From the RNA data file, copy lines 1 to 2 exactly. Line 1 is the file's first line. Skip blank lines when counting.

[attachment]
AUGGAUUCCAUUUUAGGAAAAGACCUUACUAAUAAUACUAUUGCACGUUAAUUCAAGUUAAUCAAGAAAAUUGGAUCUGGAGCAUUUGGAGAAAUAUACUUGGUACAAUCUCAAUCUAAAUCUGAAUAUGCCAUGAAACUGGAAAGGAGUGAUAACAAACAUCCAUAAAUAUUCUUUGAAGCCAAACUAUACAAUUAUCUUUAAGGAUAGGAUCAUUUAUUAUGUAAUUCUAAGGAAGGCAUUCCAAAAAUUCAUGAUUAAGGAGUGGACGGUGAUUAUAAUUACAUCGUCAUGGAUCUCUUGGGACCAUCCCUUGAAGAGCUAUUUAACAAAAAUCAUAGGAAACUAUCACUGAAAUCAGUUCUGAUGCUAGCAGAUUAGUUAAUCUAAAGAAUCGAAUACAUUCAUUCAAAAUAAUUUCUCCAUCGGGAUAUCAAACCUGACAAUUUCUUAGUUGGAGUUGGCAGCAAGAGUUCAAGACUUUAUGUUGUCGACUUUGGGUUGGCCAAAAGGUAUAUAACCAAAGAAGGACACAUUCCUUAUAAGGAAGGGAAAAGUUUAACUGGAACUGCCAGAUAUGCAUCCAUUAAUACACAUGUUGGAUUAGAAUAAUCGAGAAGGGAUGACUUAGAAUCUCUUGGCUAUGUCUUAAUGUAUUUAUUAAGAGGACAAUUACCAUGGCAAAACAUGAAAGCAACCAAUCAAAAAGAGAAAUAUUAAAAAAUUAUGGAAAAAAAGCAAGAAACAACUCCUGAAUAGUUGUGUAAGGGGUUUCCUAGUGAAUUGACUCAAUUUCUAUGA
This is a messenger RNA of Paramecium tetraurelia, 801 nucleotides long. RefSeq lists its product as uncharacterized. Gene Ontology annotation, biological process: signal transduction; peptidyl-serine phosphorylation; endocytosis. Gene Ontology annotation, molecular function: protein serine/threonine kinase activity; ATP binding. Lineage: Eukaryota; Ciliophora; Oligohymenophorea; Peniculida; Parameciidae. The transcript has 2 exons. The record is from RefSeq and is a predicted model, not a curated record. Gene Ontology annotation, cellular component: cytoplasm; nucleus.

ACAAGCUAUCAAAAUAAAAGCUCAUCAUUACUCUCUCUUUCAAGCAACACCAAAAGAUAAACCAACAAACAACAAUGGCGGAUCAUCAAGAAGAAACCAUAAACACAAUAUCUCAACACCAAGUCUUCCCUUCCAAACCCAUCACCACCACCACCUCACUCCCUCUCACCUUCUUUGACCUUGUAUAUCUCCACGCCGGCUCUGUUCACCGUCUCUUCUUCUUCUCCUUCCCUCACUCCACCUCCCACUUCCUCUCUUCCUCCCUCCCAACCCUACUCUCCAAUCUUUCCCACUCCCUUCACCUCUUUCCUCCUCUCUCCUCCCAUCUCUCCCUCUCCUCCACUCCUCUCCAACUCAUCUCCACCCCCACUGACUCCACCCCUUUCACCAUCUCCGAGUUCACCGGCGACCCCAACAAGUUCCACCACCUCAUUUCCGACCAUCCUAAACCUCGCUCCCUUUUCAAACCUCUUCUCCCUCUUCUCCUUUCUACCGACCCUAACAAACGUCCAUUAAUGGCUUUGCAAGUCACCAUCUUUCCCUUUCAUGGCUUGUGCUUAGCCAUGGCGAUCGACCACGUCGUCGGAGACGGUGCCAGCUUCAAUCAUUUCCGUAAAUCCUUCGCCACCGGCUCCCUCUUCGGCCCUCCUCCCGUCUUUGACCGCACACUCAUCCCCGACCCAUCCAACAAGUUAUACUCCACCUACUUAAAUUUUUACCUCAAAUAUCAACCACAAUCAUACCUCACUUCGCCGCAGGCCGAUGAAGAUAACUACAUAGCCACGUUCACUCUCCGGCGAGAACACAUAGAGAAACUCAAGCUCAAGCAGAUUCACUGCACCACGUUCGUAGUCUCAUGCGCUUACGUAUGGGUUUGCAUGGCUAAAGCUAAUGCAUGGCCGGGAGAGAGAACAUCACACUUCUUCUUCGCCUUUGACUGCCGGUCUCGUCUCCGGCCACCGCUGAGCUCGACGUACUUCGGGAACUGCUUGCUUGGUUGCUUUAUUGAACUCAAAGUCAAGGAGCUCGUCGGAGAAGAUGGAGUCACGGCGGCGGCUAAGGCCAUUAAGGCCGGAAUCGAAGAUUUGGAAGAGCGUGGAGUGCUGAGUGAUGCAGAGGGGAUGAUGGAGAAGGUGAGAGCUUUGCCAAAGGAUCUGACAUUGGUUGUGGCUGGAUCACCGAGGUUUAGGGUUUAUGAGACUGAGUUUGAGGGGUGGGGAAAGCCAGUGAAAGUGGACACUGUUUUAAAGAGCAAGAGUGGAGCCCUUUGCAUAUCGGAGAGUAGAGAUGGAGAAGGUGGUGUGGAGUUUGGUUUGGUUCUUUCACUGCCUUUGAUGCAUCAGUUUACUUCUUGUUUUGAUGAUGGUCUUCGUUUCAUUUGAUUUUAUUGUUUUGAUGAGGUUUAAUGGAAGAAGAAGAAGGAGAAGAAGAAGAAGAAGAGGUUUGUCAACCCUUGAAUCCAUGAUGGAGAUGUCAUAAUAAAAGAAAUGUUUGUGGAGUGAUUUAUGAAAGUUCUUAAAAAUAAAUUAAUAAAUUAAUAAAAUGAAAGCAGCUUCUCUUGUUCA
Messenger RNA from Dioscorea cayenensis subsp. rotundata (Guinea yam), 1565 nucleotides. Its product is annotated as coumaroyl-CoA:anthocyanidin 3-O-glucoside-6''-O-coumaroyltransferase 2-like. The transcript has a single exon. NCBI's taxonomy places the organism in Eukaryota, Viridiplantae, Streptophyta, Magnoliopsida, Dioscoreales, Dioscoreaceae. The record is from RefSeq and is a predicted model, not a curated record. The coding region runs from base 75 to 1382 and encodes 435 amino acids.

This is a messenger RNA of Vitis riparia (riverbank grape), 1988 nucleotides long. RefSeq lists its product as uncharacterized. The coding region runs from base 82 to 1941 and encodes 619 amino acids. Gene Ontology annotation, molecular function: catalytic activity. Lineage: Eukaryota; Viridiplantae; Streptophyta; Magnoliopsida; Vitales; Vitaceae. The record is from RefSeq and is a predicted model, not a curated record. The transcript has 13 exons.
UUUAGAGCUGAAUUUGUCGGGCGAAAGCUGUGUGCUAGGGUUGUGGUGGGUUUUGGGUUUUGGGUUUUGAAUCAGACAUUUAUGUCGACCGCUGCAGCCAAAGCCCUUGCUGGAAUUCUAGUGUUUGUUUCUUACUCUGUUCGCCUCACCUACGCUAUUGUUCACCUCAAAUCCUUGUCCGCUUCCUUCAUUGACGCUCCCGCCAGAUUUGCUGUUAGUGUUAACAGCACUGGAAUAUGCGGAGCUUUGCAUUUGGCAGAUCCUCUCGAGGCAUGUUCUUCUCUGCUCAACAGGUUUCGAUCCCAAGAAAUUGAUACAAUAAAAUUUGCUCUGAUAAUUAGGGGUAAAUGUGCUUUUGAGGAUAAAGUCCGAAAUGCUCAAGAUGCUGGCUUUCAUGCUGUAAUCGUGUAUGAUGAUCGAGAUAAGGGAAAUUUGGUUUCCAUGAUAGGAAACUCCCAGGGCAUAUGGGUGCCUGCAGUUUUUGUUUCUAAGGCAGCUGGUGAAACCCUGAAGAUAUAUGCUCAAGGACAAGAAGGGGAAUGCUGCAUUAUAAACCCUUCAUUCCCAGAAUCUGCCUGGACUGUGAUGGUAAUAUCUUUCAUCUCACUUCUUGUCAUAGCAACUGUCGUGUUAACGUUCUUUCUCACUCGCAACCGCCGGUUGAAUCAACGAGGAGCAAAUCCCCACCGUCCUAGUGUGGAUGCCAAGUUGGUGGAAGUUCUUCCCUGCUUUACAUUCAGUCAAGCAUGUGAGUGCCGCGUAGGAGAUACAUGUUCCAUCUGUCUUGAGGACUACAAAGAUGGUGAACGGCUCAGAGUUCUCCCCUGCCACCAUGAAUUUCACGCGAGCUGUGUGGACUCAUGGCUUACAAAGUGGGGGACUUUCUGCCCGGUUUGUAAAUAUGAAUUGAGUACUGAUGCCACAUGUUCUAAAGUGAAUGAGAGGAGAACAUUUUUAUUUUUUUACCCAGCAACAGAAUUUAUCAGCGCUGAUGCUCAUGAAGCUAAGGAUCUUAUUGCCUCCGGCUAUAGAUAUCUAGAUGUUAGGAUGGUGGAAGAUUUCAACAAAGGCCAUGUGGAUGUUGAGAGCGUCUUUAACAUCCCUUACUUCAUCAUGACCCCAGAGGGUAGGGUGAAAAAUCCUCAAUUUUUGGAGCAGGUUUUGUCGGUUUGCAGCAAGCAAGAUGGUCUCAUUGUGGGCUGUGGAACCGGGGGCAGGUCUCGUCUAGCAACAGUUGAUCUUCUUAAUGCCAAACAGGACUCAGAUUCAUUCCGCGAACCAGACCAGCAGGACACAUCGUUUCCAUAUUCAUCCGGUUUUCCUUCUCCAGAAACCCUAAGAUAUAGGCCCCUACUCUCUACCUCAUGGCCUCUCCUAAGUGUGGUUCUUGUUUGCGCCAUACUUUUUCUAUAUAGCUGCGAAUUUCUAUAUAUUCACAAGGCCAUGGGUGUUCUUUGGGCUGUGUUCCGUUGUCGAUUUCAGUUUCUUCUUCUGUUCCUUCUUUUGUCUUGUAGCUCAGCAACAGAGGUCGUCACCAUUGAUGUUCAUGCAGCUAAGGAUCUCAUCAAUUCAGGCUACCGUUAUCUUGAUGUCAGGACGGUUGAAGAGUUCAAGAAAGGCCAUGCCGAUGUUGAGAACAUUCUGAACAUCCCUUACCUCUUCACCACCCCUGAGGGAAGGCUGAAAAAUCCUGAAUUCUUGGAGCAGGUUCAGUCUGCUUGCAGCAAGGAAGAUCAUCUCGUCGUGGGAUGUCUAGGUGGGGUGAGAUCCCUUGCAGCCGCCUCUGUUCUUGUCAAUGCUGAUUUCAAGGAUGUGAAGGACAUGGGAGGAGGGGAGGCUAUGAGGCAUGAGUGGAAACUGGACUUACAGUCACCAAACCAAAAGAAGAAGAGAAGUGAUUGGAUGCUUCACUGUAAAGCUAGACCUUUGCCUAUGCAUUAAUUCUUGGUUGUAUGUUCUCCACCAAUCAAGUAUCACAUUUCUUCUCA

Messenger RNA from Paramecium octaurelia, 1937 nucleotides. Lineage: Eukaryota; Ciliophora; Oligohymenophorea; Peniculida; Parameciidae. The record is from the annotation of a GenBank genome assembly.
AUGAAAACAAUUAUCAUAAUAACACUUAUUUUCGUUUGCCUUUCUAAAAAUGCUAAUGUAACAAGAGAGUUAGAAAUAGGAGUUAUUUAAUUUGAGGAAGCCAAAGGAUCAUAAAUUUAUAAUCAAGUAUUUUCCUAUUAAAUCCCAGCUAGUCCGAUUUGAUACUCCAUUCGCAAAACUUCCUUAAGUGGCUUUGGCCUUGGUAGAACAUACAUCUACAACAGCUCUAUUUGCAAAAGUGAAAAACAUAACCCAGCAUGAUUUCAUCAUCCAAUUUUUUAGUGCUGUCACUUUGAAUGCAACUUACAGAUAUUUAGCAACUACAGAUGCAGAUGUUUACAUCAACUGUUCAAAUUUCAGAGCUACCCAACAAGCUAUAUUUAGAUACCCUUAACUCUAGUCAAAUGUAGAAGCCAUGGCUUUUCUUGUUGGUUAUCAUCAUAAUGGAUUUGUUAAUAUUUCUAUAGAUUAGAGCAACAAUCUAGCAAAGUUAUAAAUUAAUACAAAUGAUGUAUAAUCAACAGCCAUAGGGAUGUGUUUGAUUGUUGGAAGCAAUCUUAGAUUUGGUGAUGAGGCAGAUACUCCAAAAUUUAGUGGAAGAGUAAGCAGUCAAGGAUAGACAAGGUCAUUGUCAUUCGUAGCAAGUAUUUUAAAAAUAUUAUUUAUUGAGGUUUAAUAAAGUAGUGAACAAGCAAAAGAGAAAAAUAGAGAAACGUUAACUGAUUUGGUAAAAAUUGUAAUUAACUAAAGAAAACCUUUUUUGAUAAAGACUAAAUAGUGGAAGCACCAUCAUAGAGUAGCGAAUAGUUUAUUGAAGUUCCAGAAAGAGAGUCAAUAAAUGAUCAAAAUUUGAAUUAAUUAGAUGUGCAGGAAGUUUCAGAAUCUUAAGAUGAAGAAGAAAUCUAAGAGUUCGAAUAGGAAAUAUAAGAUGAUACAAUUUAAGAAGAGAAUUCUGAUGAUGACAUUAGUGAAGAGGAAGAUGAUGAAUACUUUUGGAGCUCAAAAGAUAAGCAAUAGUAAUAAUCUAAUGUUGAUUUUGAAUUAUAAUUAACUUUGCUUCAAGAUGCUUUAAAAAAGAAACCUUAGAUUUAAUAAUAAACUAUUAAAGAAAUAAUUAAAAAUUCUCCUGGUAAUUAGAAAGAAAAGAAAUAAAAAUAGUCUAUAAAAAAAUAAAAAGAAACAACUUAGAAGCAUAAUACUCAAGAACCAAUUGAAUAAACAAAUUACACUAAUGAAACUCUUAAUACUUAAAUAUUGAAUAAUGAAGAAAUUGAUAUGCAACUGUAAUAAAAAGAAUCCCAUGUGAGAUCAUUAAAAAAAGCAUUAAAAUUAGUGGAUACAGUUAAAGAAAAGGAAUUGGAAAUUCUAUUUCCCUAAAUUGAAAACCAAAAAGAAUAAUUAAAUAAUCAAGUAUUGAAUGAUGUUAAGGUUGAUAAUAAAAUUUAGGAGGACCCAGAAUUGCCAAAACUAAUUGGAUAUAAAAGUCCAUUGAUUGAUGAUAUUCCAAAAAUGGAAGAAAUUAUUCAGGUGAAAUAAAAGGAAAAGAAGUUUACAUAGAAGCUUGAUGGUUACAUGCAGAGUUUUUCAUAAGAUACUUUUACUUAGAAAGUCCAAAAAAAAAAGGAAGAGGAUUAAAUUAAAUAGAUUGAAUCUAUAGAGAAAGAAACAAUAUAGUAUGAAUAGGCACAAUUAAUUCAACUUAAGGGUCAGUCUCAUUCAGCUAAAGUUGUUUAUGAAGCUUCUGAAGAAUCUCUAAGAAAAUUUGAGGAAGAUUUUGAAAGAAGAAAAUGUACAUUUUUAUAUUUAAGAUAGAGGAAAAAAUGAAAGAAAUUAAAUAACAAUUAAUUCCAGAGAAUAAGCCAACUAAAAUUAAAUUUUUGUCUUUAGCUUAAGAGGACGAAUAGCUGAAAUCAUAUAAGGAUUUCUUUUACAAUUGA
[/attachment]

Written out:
AUGGAUUCCAUUUUAGGAAAAGACCUUACUAAUAAUACUAUUGCACGUUAAUUCAAGUUAAUCAAGAAAAUUGGAUCUGGAGCAUUUGGAGAAAUAUACUUGGUACAAUCUCAAUCUAAAUCUGAAUAUGCCAUGAAACUGGAAAGGAGUGAUAACAAACAUCCAUAAAUAUUCUUUGAAGCCAAACUAUACAAUUAUCUUUAAGGAUAGGAUCAUUUAUUAUGUAAUUCUAAGGAAGGCAUUCCAAAAAUUCAUGAUUAAGGAGUGGACGGUGAUUAUAAUUACAUCGUCAUGGAUCUCUUGGGACCAUCCCUUGAAGAGCUAUUUAACAAAAAUCAUAGGAAACUAUCACUGAAAUCAGUUCUGAUGCUAGCAGAUUAGUUAAUCUAAAGAAUCGAAUACAUUCAUUCAAAAUAAUUUCUCCAUCGGGAUAUCAAACCUGACAAUUUCUUAGUUGGAGUUGGCAGCAAGAGUUCAAGACUUUAUGUUGUCGACUUUGGGUUGGCCAAAAGGUAUAUAACCAAAGAAGGACACAUUCCUUAUAAGGAAGGGAAAAGUUUAACUGGAACUGCCAGAUAUGCAUCCAUUAAUACACAUGUUGGAUUAGAAUAAUCGAGAAGGGAUGACUUAGAAUCUCUUGGCUAUGUCUUAAUGUAUUUAUUAAGAGGACAAUUACCAUGGCAAAACAUGAAAGCAACCAAUCAAAAAGAGAAAUAUUAAAAAAUUAUGGAAAAAAAGCAAGAAACAACUCCUGAAUAGUUGUGUAAGGGGUUUCCUAGUGAAUUGACUCAAUUUCUAUGA
This is a messenger RNA of Paramecium tetraurelia, 801 nucleotides long. RefSeq lists its product as uncharacterized. Gene Ontology annotation, biological process: signal transduction; peptidyl-serine phosphorylation; endocytosis. Gene Ontology annotation, molecular function: protein serine/threonine kinase activity; ATP binding. Lineage: Eukaryota; Ciliophora; Oligohymenophorea; Peniculida; Parameciidae. The transcript has 2 exons. The record is from RefSeq and is a predicted model, not a curated record. Gene Ontology annotation, cellular component: cytoplasm; nucleus.